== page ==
Friday, I focused on Carrizo and started out photographing a cool barn in early morning light, then headed for an expansive field of Hillside Daisies (Monolopia, pictured left). The wind was picking up which always makes it challenging for photographing flowers, but I managed to deal with it! My plan for the day was to explore and just see what I could see. I kept eying the Temblor Range as I headed out towards Soda Lake. I found plenty of places to stop and try out my new Macro lens and photographed plenty more Hillside Daisies and phacelia (cool purple flowers) and Tidy Tips and Lupine and Baby Blue Eyes and many more.

Gradually, I was heading east and getting closer to the Temblors. They were taunting me with purples and bright yellows and a little orange here and there. I made it to Elkhorn Road which follows near the base of the Temblor Mountains and started venturing the many narrow offshoots leading closer to the the tempting colors higher up to the east. The first road I took ended at a locked gate but I was still too far away to really see "God's Paintbrush" as I wanted, so I found myself over the gate and left my car way behind to get up close and personal with the Temblor Range.

It was thrilling! The CF card in my camera began filling up with views from a ridge just below a beautiful hillside. I knew this was nothing like what Frank Kee had seen, but was excited none the less. I made it back down to the car and journeyed south, taking every dirt road that brought me closer to the Temblors. Some vantage points were better than others, but one thing I noticed was the color was getting better! I managed to get on one side road that brought me up so close to the color that I was ecstatic. Not far above and in front of me was a series of ridge lines filled with deep, bright yellows (Hillside Daisies) to the right and an expansive purple (Phacelia) patch to the left. Time to put in a new memory card in my camera!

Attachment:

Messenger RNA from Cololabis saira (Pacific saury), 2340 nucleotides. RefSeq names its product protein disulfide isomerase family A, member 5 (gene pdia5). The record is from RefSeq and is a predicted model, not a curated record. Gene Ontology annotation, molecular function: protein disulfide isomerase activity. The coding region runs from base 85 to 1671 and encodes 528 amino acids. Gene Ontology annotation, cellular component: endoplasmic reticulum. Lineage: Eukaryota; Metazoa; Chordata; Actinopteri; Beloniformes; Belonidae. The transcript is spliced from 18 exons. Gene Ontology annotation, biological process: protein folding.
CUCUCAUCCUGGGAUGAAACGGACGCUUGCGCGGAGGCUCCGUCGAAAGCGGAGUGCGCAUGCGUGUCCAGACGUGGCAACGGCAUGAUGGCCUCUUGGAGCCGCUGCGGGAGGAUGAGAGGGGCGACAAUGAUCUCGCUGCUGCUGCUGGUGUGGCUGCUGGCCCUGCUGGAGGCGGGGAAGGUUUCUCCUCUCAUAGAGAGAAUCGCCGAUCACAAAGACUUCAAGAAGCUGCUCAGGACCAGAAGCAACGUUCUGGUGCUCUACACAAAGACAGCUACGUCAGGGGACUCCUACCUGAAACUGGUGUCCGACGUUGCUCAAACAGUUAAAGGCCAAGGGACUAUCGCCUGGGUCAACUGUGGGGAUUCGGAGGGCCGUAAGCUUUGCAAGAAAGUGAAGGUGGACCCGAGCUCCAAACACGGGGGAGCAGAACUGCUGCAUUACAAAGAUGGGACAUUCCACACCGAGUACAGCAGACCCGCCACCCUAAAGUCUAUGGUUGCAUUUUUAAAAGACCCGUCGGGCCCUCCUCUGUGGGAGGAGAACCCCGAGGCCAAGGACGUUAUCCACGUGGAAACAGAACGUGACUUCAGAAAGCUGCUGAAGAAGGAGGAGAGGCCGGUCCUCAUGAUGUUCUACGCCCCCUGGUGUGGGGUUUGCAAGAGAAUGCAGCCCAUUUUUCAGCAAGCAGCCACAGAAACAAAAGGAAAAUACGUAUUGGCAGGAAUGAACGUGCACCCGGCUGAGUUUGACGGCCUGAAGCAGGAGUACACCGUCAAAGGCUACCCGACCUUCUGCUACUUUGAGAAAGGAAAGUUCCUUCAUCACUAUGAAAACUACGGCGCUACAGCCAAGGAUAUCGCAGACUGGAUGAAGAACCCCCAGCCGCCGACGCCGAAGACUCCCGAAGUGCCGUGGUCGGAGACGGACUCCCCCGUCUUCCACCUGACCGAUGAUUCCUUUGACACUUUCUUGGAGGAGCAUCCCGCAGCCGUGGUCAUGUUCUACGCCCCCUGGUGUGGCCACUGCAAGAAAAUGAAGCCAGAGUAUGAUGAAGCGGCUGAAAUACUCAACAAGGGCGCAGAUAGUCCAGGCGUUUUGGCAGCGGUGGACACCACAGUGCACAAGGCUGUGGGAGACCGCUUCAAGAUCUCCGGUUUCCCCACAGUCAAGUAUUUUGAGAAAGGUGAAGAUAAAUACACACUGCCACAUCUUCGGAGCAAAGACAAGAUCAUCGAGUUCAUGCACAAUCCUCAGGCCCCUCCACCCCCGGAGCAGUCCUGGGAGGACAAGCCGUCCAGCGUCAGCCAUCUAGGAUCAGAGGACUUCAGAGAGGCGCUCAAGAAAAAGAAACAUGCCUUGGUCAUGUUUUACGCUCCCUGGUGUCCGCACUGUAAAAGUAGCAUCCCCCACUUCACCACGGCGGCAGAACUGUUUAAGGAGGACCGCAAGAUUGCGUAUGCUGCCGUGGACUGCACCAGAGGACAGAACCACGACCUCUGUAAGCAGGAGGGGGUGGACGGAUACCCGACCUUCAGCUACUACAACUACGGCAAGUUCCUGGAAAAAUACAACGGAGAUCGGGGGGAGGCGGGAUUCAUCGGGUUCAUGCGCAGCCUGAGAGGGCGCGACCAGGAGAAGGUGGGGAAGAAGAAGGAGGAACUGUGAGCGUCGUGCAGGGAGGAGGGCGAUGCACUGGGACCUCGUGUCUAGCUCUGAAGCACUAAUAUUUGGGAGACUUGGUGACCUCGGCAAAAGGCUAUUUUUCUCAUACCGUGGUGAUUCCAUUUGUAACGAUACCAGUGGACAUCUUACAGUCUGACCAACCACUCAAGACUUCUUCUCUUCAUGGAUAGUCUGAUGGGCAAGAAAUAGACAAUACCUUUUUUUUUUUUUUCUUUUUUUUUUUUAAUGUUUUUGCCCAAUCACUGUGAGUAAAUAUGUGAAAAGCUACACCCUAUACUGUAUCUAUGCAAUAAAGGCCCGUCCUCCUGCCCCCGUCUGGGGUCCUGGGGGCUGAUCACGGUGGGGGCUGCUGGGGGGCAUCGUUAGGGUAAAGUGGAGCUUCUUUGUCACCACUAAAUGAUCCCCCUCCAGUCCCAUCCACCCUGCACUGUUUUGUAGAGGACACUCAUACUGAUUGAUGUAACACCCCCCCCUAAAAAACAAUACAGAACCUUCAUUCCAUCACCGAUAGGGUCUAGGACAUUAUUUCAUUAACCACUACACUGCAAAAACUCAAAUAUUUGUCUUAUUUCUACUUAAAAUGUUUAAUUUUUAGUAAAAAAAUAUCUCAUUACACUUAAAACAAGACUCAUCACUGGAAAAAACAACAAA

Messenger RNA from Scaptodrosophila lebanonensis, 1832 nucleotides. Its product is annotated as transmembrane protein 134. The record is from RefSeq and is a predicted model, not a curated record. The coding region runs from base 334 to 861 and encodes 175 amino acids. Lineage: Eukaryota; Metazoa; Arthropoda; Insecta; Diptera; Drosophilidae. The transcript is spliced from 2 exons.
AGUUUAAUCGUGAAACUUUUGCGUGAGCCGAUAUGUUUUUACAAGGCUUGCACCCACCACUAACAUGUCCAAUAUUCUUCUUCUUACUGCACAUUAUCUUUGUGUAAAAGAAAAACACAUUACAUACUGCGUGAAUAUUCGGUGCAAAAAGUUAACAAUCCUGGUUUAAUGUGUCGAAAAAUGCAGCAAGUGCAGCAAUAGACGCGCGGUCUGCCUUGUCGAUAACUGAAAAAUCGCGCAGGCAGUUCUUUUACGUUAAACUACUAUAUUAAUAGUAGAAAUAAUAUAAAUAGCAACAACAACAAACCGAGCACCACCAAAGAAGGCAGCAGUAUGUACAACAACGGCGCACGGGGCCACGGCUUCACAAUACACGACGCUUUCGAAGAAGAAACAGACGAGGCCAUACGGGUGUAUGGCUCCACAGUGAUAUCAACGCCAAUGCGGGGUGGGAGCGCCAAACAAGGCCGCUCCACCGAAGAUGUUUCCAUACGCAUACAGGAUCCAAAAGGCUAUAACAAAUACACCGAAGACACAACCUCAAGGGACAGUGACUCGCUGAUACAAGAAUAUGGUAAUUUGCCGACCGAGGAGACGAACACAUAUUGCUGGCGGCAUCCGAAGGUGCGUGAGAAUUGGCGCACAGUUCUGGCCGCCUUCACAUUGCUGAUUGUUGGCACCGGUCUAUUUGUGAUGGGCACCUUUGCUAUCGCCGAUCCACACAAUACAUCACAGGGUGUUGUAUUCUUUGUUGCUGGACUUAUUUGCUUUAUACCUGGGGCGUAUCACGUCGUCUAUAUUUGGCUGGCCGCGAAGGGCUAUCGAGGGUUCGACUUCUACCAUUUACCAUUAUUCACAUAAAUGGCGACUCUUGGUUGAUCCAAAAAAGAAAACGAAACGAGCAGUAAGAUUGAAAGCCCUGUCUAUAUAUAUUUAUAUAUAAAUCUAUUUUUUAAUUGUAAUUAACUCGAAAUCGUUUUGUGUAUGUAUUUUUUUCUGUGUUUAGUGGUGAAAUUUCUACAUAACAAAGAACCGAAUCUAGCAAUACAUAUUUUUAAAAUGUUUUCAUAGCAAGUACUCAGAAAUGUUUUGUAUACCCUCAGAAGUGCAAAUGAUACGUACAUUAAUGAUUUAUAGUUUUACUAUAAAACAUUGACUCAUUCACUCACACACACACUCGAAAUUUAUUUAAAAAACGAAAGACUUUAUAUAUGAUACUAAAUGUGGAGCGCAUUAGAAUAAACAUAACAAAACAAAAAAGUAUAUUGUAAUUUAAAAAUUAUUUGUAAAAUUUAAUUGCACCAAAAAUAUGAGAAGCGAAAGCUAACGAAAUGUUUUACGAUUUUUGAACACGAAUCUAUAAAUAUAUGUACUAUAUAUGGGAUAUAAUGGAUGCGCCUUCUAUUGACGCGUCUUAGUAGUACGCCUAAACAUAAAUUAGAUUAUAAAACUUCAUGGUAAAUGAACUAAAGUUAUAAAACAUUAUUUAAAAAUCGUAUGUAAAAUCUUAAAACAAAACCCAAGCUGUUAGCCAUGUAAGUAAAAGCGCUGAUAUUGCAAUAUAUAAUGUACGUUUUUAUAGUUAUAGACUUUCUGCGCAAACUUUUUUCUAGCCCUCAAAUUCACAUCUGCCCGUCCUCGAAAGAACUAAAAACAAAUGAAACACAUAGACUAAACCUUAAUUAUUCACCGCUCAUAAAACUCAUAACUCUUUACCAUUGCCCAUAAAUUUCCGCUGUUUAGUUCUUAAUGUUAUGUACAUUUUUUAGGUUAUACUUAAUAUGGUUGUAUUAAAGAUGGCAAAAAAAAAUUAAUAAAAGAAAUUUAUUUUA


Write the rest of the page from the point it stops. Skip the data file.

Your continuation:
I continued my journey south finding more great overlooks and vantage points of the Temblor Range. I was thrilled with what I had seen and captured and knew this trip was a success. I left Carrizo Saturday morning and headed out to discover more places (more to come later on that). God certainly spilled paint this year, like He does every year. I feel fortunate that I had a chance to get out there to see it.

Notes to know before you go: There is no cost to enter the Carrizo Plain National Monument and camping is also free, but at a first come first serve basis. The campgrounds are rustic and dry. The standard vault toilets are available, but you need to bring in all your water and pack out your trash. The two main roads, Soda Lake Rd & Elkhorn Rd were mostly dirt roads but in good conditions. Conditions could quickly turn for the worst after a rain.

For more photos, check out my Smugmug Gallery.

Below is a map showing a variety of places I visited and more photos from the trip. Check it out! Feel Free to contact me if you have any question.

View Wildflower viewing areas near Carizzo Plain in a larger map

My favorite Hillside of the Temblor Range

Carpeted and Colorful Hillside of the Temblor Range

Colored patches of Hillside Daisies, Phacelia and Poppies on hills of the Temblor Range

Cream Cups (Platystemon californicus)

Hillside Daisies and Sky Lupine on Cottonwood Canyon Road

Tansy Leaf Phacelia

Baby Blue Eyes

Painter Anita Hampton at Shell Creek Rd.

Sky Lupine up close in morning light

Thursday, February 4, 2010

Showshoeing in Yosemite - Now is the Time!